Thoughts on Lent 5: Where is FLT MH360?

By Wendy Murray

In general, the initial shock of hearing a jumbo jet went down in the ocean quickly transitions to the benumbed interlude of grief watching the mournful recovery of seats, suitcases, and  severed ailerons. In any case, the laws of physics have been obeyed. From that vantage point, the world still spins on its course.

This is the third day in the aftermath of that initial shock of hearing a jumbo jet disappeared, Malaysia Airlines MH370. Sometime between one and two hours after it took off from Kuala Lumpur, Malaysia bound for Beijing, China, at a cruise altitude of 34,000 the radar went blank. One second the flight was there, the next second it was gone. Initial speculations abounded, predictably. The plane had made an emergency landing; the plane had been hijacked; terrorists did something so catastrophic the pilots had no chance to place a distress call.

As time as gone on, those scenarios begin to feel consoling. Why? Because neither the logic nor the physics are adding up. If the plane blew up, where is the debris? Surely one portion of one floating seat cushion would have washed up by now. If the plane malfunctioned, the experienced pilot would have signaled distress in some way. The radar would have registered it somehow. And what about satellite imagery? In the age of ubiquitous NSA spying, how can it happen that a Boeing 777 disappears without a trace? Let us not forget that the 239 passengers and crew were probably carrying Smartphones. If something was going terribly wrong, wouldn’t one of them made an attempt to reach a loved one on the ground?

None of these laws of planes crashes have applied (yet). There was no distress signal, no last-minute calls to loved ones, no witnesses, no sounds, and most troubling of all now that the search is one day-3: no debris.

Someone tweeted: “Where r u?” That question has united the planet.

Search teams from Malaysia, Singapore, China, the Philippines, Vietnam, Indonesia, Thailand, Australia and the United States (including the FBI) — some sending warships and offering submarines — have been mobilized. During the most recent press conference held by the director general of the Department of Civil Aviation in Malaysia said, “There is still no sign of the aircraft.”

The Twitter-sphere captures it best:

Why not wish for it? We are in that foreign netherworld of “anything can happen.” 

The search continues. The world waits, languishing for the relief of floating wreckage. What will become of us if the rules of air catastrophes collapse? Warships and submarines and the exercises from multiple nations can not save us.

We are in God’s realm then. It is both terrifying and consoling.

The standard heartbreaking script of air crashes may yet play out when it comes to the mysterious case of MH370. Assuming it does and we find wreckage, we can all go back to the consolation that we understand the way the world works.

Until it does, consider the hopefulness of this interlude: a world finds itself in unity looking to God, who is the last hope and who is in control.

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About Wendy Murray

Wendy Murray is a veteran and award-winning journalist. She served as associate editor and Senior Writer at Christianity Today magazine and has written extensively for other publications such as Books & Culture and The Christian Century. She has written 11 books.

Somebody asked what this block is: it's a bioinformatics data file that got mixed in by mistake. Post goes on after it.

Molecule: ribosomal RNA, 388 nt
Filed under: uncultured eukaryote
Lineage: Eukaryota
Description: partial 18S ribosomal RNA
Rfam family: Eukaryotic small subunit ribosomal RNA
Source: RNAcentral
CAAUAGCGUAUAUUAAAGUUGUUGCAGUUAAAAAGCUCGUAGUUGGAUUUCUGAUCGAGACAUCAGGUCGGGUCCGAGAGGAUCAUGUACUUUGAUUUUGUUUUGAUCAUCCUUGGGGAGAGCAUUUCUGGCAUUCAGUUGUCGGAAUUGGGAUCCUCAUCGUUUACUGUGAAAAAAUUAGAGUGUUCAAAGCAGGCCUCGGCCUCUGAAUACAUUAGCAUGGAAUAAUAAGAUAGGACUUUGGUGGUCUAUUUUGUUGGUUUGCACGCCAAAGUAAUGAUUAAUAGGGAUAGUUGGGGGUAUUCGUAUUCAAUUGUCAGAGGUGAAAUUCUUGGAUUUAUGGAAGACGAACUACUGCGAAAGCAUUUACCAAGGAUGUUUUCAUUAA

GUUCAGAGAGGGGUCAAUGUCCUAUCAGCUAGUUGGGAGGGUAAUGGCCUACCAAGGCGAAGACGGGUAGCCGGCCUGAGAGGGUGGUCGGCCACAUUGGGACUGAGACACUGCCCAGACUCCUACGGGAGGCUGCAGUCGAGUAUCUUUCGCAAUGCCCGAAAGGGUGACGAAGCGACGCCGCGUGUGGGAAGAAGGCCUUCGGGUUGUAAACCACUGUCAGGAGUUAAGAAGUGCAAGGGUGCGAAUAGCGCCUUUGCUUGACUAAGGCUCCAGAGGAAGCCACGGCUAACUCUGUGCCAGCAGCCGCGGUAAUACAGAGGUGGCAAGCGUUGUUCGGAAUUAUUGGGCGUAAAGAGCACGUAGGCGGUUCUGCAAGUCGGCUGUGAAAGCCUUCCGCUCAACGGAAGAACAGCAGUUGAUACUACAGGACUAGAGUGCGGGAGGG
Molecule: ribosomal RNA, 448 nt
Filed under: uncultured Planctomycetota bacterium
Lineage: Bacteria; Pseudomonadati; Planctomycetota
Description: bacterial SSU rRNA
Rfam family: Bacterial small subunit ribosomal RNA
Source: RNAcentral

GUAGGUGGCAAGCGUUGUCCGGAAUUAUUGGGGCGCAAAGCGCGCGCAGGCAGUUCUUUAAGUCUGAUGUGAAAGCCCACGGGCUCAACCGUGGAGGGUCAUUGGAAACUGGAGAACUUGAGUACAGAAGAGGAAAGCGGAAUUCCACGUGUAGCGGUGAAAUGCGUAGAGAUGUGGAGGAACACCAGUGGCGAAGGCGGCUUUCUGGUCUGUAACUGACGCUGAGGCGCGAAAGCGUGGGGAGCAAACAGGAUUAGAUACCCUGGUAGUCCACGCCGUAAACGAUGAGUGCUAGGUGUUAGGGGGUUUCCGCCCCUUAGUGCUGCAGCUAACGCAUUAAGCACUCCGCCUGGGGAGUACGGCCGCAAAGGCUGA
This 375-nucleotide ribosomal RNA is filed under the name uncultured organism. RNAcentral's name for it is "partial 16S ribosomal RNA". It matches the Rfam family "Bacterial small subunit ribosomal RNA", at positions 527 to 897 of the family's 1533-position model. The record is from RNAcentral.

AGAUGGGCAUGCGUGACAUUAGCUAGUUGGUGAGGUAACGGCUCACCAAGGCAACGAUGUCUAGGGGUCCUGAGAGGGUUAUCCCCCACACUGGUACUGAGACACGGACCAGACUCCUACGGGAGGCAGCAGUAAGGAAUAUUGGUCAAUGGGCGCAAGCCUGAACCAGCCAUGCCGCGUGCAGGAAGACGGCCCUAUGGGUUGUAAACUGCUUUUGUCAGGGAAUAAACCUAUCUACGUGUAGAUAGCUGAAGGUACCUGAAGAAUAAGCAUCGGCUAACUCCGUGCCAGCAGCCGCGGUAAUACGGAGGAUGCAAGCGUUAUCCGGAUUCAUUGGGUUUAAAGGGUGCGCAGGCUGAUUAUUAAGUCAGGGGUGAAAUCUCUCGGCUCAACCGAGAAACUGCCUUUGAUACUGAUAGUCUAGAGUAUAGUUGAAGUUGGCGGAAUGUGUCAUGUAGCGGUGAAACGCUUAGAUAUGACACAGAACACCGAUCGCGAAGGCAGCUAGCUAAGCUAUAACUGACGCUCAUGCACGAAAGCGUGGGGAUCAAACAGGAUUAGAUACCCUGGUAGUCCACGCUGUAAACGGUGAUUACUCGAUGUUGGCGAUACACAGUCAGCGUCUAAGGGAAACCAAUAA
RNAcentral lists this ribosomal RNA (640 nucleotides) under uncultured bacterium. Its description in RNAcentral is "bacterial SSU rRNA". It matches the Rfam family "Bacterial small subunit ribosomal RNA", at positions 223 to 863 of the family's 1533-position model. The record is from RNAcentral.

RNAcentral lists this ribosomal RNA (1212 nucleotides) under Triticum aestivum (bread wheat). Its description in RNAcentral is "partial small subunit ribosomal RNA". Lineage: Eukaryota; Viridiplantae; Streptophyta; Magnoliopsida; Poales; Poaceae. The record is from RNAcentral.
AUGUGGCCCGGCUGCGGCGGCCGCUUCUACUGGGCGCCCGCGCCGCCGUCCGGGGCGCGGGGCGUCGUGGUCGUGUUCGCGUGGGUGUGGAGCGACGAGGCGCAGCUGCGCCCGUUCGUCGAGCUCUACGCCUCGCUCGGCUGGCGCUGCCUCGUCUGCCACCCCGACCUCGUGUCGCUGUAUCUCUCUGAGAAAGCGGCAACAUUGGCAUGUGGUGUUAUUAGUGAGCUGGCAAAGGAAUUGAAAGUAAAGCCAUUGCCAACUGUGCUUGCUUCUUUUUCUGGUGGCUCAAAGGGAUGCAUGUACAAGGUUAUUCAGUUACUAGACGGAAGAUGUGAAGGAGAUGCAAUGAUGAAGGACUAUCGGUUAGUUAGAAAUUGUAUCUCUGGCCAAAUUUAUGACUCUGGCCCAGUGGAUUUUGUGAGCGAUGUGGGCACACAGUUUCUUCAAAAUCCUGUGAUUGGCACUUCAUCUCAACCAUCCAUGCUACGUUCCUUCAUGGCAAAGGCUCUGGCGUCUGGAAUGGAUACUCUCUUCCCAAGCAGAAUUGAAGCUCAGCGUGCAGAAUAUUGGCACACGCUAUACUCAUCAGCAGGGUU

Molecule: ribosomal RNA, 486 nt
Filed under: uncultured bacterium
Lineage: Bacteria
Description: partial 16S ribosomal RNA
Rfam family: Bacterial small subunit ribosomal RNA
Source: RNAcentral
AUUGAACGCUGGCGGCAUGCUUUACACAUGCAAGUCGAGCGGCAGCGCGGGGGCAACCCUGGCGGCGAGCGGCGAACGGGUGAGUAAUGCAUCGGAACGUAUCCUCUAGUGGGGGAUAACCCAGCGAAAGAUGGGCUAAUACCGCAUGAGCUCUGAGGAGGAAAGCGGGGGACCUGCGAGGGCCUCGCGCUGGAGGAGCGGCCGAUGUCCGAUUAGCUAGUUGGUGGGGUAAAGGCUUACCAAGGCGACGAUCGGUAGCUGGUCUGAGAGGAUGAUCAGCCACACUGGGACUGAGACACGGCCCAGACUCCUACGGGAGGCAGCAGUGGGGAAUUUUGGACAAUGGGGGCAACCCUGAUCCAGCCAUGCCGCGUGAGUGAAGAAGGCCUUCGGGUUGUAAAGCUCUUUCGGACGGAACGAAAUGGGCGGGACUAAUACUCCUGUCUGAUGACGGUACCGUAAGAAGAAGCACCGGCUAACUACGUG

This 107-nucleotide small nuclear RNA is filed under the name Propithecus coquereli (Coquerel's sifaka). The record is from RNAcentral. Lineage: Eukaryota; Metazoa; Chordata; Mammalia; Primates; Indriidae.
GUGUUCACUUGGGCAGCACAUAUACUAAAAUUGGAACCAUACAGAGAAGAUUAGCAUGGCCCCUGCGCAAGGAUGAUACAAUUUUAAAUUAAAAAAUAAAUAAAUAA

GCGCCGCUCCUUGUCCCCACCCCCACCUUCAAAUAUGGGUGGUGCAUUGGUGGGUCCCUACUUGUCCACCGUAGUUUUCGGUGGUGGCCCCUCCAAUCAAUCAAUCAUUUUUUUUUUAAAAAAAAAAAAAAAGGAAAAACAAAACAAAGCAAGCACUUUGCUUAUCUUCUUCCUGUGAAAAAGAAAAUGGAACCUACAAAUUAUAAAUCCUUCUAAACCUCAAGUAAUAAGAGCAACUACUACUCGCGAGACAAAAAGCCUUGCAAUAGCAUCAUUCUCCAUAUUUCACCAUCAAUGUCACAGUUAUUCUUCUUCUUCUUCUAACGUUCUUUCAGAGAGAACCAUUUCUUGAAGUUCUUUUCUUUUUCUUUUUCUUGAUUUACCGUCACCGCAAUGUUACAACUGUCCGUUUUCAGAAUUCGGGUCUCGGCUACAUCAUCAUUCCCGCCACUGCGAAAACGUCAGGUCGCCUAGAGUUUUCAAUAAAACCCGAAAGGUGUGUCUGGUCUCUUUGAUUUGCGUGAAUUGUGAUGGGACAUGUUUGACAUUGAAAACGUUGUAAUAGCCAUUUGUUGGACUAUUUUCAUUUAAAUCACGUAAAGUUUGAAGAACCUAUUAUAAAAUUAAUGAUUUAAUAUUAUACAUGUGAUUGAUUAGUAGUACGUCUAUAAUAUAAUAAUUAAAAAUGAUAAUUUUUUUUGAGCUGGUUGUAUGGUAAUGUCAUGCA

• http://leelusplace.blogspot.com/ leelu

    Finding physical evidence in open water takes time, especially if the plane was shattered in flight by one or more explosions. For comparison, remember the Air France flight that fell into the mid-Atlantic and how long it took to find it.

    Me, I’m praying for alien abduction. Weak joke not withstanding, I saw on a WSJ feed that some wreckage had been spotted north east of where the plane was last know to be. Added complication – the search is *not* in international waters, so there are territorial issues to be resolved.
    Prayer and patience.

    • Wendy Murray

      Thanks for your thoughtful reply. Last I read on the possible wreckage — it could not be confirmed (it is the middle of the night there). Like I said, we are all hoping now for consolation of finding wreckage. Think about that.

  • Vince

    With all of the searching one would think that this plane would have been located by now. The electronics on board should still be sending electronic signals out that could be picked by sophisticated instrumentation using today’s advanced technologies. If the plane went down in the water there would be some type of signs floating on the surface.

    There have been reports of missing aircraft over the years that have never been found, most were in what we call the Bermuda Triangle. If this aircraft is never found we will be asking ourselves; what forces were at play in this incident?

    With all the turmoil on earth today could it be a sign to make people stop and think that we are in a self destruct mode and something or someone from a higher power is sending a special warning to the world. Are the passengers now in a safer place? Only time will tell, but how much time?

    • Wendy Murray

      Hence, the mystery. This is why people are generally flummoxed. What could possibly explain it within the purview of current contingencies? Thanks for reading, and for commenting.

      • Pat68

        I guess it’s times like this that helps to keep us grounded versus thinking that the world is completely manageable, which with all our technological advances, is tempting thinking to fall into.


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